Natural gas utilization peaks in the summer months for electricity generation for cooling and in the winter months for heating. Nonetheless, the winter remains the season with the highest demand. Because supply can not be turned on and off seasonally but rather, it is driven by E&P exploration programs, large storage facilities are used to act as a buffer in order to smooth out the seasonal consumption patterns.
Natural gas is held in storage in North America over the different seasons. It is pumped in during the low consumption summer and pumped out during the winter. Three types of underground facilities are mainly used:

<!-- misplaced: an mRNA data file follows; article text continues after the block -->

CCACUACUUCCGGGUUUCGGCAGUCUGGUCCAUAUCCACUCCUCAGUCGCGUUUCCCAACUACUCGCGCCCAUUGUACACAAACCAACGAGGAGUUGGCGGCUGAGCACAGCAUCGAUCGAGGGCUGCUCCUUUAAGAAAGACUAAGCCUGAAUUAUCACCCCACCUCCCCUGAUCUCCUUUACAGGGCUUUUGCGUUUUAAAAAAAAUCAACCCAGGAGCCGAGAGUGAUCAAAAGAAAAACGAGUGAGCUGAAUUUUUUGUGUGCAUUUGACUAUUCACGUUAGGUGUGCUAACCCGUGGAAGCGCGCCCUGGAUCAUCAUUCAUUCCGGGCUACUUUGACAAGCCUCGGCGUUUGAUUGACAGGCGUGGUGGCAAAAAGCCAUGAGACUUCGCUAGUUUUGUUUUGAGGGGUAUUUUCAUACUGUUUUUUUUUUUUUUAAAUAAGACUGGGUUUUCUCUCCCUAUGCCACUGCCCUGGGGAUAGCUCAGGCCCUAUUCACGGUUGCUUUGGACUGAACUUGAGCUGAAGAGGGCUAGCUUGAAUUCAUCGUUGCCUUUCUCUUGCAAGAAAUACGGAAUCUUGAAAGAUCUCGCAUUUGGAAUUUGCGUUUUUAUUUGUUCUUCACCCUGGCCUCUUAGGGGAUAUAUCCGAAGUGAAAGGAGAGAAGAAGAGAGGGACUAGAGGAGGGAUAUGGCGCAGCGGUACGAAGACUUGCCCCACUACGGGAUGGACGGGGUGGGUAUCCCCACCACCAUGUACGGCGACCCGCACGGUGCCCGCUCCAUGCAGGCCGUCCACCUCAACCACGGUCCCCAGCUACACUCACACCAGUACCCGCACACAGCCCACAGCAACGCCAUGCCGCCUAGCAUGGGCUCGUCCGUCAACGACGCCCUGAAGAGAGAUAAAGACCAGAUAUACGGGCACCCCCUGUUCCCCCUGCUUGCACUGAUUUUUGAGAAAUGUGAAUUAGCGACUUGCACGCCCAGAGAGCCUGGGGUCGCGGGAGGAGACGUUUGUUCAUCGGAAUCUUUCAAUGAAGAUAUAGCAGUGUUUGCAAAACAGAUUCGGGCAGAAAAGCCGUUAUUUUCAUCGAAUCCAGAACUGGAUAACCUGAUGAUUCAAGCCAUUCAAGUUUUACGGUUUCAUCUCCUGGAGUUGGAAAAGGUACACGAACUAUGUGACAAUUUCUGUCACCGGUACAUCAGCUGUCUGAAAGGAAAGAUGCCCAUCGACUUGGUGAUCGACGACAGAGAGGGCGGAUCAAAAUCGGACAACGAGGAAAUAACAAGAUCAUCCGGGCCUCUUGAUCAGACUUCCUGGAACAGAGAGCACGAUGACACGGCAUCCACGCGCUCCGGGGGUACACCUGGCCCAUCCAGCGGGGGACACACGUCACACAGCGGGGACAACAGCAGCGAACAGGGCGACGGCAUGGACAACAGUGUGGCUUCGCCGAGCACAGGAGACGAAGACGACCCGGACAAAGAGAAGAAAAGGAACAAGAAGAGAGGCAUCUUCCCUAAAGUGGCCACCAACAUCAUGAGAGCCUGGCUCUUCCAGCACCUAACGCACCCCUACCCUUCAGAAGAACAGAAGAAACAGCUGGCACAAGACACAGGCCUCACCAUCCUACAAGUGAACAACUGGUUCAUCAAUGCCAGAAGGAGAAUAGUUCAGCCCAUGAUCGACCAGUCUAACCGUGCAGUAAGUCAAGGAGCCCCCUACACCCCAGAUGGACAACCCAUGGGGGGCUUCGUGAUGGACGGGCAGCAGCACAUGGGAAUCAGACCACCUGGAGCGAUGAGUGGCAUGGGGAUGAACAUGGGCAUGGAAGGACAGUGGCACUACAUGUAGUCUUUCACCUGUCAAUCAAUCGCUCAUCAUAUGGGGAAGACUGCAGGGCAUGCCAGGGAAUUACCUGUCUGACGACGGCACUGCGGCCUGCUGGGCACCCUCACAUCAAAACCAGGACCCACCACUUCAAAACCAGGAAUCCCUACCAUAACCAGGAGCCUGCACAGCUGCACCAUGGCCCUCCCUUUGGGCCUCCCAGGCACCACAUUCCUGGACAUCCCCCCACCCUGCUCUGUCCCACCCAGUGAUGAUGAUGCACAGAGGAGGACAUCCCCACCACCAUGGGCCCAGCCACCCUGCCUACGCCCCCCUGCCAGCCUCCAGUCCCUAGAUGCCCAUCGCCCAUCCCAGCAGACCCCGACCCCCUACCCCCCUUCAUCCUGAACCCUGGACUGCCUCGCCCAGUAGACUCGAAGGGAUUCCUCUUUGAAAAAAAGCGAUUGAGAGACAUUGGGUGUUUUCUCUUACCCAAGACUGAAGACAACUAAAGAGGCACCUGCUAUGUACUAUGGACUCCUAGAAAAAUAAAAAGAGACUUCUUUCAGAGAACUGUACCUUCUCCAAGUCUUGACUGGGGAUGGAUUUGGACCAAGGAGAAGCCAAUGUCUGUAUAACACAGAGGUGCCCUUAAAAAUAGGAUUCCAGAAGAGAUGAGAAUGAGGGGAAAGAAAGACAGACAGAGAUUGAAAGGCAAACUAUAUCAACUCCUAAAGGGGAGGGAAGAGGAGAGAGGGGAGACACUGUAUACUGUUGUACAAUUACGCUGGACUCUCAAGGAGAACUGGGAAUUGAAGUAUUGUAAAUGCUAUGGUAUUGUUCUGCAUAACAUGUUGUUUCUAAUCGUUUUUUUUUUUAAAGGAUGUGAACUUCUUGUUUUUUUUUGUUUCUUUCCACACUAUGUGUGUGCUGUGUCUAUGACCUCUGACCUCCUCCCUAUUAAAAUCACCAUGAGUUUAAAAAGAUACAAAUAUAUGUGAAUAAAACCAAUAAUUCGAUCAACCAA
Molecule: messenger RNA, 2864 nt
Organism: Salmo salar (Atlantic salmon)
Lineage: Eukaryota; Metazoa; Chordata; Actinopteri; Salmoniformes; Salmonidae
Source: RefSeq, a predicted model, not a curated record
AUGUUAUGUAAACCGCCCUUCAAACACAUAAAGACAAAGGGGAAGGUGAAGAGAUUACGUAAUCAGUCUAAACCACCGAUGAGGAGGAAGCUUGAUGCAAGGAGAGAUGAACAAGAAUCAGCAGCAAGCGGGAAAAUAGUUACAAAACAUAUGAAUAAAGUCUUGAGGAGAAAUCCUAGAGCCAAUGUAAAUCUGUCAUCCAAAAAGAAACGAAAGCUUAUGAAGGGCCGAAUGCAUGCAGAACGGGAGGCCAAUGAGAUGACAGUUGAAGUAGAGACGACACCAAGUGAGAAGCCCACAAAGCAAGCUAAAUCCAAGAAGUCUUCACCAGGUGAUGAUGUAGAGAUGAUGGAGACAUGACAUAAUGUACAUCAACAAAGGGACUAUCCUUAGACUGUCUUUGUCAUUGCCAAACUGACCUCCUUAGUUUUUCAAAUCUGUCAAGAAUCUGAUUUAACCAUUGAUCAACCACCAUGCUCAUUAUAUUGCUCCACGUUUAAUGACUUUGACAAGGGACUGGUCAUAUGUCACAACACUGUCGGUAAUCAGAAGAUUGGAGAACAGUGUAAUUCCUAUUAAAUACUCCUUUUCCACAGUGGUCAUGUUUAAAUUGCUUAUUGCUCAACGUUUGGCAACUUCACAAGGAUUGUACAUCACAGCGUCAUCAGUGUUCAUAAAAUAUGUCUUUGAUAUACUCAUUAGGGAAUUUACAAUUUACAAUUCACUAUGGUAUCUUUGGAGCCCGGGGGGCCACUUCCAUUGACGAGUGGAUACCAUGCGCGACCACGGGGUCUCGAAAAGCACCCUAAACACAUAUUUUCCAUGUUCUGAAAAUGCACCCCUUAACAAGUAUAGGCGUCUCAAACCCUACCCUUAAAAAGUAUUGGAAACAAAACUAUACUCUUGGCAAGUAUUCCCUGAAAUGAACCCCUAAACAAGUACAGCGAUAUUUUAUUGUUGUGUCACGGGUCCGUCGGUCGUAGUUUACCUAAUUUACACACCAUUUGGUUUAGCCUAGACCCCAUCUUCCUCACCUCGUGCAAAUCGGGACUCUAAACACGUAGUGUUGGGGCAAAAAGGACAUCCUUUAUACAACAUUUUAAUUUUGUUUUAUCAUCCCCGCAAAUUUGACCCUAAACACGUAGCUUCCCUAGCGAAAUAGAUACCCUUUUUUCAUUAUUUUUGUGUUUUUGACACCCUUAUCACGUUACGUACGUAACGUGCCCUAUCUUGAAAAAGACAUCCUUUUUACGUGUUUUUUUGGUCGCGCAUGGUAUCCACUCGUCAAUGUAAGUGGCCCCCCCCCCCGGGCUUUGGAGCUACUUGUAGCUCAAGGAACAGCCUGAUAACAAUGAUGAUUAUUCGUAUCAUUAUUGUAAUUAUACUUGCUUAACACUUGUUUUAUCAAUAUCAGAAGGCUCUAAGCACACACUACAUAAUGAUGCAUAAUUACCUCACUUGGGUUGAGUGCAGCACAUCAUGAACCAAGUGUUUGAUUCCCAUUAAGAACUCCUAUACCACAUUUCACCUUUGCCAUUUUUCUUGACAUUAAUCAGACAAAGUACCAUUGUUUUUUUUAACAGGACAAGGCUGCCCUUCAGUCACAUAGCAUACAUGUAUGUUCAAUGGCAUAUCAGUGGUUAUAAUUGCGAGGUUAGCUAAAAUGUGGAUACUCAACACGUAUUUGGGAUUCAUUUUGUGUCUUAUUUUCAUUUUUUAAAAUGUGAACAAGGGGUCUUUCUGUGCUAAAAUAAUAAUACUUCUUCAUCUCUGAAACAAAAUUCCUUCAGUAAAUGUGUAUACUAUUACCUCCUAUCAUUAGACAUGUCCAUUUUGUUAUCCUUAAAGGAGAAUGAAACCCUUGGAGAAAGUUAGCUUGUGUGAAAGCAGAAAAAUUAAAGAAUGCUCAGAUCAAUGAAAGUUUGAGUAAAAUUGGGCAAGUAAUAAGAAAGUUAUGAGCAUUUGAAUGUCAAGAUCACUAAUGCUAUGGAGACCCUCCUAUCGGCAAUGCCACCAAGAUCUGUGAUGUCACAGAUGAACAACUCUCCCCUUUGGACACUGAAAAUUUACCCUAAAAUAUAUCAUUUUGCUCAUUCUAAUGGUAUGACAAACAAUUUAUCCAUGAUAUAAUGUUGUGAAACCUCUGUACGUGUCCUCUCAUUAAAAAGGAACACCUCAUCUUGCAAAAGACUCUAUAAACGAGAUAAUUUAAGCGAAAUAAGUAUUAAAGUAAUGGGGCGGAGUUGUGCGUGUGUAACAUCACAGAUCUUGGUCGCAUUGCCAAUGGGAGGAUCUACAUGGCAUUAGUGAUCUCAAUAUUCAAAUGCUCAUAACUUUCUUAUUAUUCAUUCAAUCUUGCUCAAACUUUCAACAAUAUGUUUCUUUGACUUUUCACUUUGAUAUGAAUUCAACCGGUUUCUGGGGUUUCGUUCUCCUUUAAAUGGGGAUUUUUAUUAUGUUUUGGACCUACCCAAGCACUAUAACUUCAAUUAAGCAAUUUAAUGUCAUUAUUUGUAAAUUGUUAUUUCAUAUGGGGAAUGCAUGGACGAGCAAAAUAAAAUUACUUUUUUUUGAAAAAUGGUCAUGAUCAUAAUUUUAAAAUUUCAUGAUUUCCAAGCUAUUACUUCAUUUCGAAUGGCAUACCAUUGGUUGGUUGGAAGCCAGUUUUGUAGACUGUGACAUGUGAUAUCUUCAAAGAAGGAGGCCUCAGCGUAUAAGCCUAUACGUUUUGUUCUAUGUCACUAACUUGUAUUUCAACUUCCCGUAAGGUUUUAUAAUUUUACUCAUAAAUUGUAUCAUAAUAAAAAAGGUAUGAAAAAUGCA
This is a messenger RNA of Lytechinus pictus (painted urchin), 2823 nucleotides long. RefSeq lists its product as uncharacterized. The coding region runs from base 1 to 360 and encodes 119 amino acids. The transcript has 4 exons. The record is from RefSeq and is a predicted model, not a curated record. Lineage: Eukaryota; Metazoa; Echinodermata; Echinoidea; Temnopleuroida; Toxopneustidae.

Depleted reservoirs: Depleted reservoirs in oil and gas fields are the most commonly used storage facilities, since they are widely avilable, often close to consumption centres and offer existing available infrastructure and connection to an existing pipeline network.
Aquifers: Water bearing sedimentrary rock formation overlaid by impermeable cap rocks are often suitable to store natural gas.
Salt cavern formations: Salt dome formations in the US Gulf Coast states have been used for natural gas storage because they offer appealing high withdrawal an injection rates relative to their working gas capacity.